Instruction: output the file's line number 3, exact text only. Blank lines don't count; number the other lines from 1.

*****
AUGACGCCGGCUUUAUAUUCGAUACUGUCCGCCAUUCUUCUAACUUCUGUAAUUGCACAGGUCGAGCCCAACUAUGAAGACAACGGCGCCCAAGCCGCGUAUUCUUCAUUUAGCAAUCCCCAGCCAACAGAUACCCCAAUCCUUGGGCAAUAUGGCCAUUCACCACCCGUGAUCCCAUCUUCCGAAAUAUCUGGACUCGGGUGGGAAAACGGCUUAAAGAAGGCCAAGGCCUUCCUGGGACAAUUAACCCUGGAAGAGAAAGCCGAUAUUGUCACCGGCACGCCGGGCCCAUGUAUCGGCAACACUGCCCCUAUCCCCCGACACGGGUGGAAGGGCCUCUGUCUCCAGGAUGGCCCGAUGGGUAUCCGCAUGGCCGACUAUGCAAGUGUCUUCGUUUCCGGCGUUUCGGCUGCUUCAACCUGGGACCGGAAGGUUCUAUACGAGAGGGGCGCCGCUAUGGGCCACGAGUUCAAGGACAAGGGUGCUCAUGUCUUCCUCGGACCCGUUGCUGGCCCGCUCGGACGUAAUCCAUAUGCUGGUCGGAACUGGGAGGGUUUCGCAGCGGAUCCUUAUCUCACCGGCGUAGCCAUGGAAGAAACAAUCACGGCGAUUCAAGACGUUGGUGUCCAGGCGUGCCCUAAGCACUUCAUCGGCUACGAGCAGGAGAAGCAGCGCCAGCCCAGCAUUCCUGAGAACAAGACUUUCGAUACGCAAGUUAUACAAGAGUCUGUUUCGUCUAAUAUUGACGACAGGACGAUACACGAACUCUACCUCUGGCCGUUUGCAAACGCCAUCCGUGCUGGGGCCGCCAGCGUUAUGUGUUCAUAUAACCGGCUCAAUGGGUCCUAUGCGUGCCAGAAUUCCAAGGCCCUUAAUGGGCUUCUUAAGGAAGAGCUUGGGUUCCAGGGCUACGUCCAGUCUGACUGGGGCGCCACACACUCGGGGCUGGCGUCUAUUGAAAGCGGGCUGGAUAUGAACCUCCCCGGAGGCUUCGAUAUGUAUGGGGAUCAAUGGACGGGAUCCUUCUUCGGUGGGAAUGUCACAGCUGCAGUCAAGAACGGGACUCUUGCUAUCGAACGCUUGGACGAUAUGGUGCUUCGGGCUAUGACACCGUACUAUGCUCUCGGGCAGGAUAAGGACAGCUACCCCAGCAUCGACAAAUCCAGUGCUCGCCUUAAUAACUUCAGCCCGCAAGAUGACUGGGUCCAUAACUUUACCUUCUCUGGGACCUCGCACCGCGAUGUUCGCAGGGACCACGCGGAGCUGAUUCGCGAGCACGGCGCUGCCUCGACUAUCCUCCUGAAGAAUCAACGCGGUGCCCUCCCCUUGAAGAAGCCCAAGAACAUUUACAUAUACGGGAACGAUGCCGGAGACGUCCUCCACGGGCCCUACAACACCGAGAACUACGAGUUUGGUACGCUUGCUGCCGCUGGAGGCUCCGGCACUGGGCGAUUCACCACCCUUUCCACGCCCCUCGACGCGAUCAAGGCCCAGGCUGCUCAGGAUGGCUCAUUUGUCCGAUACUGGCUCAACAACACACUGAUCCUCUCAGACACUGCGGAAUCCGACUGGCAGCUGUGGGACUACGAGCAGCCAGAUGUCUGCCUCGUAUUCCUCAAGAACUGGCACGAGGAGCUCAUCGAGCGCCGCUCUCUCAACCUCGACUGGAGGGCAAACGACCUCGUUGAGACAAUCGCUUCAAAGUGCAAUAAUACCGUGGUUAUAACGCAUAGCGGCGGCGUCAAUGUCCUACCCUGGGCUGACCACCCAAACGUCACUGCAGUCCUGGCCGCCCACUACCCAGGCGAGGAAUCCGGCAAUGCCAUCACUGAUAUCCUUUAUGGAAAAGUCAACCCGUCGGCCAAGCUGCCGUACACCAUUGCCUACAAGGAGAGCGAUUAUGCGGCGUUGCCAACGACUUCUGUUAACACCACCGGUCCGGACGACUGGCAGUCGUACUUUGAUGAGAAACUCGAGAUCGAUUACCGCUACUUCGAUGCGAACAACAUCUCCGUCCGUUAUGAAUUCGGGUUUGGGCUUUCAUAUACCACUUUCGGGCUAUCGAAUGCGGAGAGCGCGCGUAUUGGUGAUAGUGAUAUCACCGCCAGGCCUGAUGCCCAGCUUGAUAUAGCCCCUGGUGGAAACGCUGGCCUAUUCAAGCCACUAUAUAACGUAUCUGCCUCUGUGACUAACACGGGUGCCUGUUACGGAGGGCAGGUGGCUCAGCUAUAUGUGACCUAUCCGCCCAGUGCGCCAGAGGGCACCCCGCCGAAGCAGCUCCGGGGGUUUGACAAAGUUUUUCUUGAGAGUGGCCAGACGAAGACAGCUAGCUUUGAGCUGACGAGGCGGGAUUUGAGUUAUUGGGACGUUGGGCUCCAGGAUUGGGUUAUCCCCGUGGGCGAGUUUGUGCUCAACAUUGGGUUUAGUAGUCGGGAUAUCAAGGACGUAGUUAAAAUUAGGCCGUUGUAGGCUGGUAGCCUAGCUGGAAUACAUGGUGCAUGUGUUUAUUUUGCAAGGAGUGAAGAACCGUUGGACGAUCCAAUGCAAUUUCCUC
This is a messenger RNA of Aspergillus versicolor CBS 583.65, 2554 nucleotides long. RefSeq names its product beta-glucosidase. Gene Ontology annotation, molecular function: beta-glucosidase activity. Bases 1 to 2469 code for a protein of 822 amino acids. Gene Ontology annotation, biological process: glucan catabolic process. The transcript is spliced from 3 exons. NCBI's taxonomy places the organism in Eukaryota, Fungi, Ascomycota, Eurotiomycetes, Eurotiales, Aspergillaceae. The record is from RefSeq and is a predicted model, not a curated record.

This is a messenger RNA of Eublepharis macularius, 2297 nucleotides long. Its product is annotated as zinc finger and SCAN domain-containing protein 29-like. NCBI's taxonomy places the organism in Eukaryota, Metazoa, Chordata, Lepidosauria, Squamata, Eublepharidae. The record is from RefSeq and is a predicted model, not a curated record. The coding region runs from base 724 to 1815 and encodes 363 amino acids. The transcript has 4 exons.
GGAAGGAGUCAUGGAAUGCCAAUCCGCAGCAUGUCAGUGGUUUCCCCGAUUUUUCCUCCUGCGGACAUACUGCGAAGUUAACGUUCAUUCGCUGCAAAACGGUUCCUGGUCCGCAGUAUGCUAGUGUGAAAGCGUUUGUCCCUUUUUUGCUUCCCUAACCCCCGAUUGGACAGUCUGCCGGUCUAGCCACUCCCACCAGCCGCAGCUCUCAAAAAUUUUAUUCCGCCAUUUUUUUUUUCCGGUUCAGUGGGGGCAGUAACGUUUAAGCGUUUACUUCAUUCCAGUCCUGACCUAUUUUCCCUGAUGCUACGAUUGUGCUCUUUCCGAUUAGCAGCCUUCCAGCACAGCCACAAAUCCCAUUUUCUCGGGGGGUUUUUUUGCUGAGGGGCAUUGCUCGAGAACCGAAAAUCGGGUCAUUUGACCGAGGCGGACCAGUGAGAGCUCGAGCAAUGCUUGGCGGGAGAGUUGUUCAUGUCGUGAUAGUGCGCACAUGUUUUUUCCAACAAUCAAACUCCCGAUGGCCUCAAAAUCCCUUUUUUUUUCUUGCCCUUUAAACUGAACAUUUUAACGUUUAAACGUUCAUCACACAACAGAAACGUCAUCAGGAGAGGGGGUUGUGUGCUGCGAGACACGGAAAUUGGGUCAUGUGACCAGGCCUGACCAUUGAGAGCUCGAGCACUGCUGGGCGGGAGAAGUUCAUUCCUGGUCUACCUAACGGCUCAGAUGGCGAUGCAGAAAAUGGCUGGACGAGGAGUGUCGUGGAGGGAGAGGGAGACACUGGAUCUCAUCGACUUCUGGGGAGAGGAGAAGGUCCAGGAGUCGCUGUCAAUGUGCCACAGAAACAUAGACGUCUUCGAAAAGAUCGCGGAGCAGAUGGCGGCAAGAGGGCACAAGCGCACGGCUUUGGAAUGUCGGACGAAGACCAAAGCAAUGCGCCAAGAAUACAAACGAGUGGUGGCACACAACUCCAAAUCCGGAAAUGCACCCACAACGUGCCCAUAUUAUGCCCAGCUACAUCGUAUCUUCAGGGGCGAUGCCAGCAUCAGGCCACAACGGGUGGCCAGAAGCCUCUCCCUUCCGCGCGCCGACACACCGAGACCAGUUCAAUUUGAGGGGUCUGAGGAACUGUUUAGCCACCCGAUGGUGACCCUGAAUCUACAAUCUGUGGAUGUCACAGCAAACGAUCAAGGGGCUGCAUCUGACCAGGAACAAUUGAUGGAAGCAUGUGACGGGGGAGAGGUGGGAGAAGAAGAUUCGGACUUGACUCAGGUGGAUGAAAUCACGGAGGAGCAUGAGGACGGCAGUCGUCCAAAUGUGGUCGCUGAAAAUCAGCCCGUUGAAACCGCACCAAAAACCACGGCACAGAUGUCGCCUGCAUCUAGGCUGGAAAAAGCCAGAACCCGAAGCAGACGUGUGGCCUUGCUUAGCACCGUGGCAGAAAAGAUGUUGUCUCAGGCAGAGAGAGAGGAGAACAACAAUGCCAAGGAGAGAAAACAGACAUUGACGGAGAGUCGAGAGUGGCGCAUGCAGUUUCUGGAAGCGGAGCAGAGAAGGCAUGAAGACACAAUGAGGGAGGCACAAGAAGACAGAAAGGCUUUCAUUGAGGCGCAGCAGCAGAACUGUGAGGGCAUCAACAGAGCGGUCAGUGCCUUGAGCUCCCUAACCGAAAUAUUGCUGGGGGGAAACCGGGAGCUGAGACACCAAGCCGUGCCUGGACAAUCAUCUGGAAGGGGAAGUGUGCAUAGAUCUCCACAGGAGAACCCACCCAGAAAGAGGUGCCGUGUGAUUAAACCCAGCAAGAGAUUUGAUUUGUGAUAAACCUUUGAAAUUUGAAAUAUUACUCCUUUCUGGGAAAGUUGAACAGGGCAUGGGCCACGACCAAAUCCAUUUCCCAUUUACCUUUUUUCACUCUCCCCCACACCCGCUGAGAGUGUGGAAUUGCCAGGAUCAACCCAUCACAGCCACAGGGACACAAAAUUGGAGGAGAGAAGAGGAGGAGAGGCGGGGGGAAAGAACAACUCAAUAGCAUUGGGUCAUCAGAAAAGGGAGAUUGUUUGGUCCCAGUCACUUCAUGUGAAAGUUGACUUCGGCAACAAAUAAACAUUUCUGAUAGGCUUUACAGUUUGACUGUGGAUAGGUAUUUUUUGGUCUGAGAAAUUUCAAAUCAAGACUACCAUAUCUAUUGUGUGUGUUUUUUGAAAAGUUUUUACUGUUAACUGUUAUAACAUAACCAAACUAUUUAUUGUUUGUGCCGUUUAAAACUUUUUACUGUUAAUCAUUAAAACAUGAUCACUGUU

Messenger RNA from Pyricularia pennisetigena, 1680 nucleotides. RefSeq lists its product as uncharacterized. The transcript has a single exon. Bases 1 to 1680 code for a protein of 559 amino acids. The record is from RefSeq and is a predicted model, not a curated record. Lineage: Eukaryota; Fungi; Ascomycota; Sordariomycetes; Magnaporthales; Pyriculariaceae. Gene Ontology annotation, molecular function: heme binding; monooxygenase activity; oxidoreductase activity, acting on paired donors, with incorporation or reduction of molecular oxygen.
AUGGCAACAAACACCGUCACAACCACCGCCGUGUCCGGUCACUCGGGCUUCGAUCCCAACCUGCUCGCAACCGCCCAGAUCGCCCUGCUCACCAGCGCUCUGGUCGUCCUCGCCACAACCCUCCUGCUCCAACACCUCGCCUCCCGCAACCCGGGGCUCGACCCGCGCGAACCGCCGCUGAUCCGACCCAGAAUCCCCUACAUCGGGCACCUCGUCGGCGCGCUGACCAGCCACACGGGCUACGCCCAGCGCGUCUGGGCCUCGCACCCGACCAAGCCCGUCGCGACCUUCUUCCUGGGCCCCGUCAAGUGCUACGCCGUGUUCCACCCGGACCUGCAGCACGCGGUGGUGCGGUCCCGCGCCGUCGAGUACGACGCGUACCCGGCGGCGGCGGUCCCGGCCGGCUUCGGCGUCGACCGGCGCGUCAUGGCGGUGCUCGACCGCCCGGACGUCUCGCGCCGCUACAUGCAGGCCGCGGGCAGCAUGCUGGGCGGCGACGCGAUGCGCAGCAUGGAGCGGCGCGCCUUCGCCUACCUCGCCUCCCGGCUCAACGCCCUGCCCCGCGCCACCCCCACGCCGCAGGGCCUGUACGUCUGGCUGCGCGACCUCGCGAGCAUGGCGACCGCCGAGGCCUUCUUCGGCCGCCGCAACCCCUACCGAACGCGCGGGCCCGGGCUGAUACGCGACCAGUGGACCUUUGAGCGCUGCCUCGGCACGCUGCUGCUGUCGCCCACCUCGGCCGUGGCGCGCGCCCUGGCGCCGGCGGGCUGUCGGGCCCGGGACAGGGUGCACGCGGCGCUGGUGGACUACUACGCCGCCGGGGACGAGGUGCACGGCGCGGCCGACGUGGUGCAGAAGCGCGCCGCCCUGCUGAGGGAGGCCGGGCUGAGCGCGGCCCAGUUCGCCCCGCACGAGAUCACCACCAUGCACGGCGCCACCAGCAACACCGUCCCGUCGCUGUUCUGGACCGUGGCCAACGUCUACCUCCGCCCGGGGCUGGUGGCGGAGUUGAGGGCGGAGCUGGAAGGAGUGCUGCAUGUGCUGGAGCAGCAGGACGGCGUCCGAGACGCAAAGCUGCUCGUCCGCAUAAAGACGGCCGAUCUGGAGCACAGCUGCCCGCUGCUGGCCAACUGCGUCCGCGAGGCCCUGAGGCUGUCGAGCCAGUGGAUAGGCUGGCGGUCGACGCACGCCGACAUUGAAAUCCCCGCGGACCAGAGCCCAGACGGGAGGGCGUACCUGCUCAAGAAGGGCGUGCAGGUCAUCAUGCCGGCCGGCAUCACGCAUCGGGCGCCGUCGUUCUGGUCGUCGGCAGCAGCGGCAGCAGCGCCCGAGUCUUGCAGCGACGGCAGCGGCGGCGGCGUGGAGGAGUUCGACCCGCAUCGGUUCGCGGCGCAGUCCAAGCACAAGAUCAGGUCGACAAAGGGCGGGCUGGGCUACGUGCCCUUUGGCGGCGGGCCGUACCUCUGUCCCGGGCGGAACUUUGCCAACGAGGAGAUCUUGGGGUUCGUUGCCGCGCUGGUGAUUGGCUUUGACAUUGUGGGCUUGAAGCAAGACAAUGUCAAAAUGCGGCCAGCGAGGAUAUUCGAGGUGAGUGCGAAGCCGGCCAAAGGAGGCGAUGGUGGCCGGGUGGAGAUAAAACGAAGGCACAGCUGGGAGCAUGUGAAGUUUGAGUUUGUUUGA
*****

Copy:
This is a messenger RNA of Eublepharis macularius, 2297 nucleotides long. Its product is annotated as zinc finger and SCAN domain-containing protein 29-like. NCBI's taxonomy places the organism in Eukaryota, Metazoa, Chordata, Lepidosauria, Squamata, Eublepharidae. The record is from RefSeq and is a predicted model, not a curated record. The coding region runs from base 724 to 1815 and encodes 363 amino acids. The transcript has 4 exons.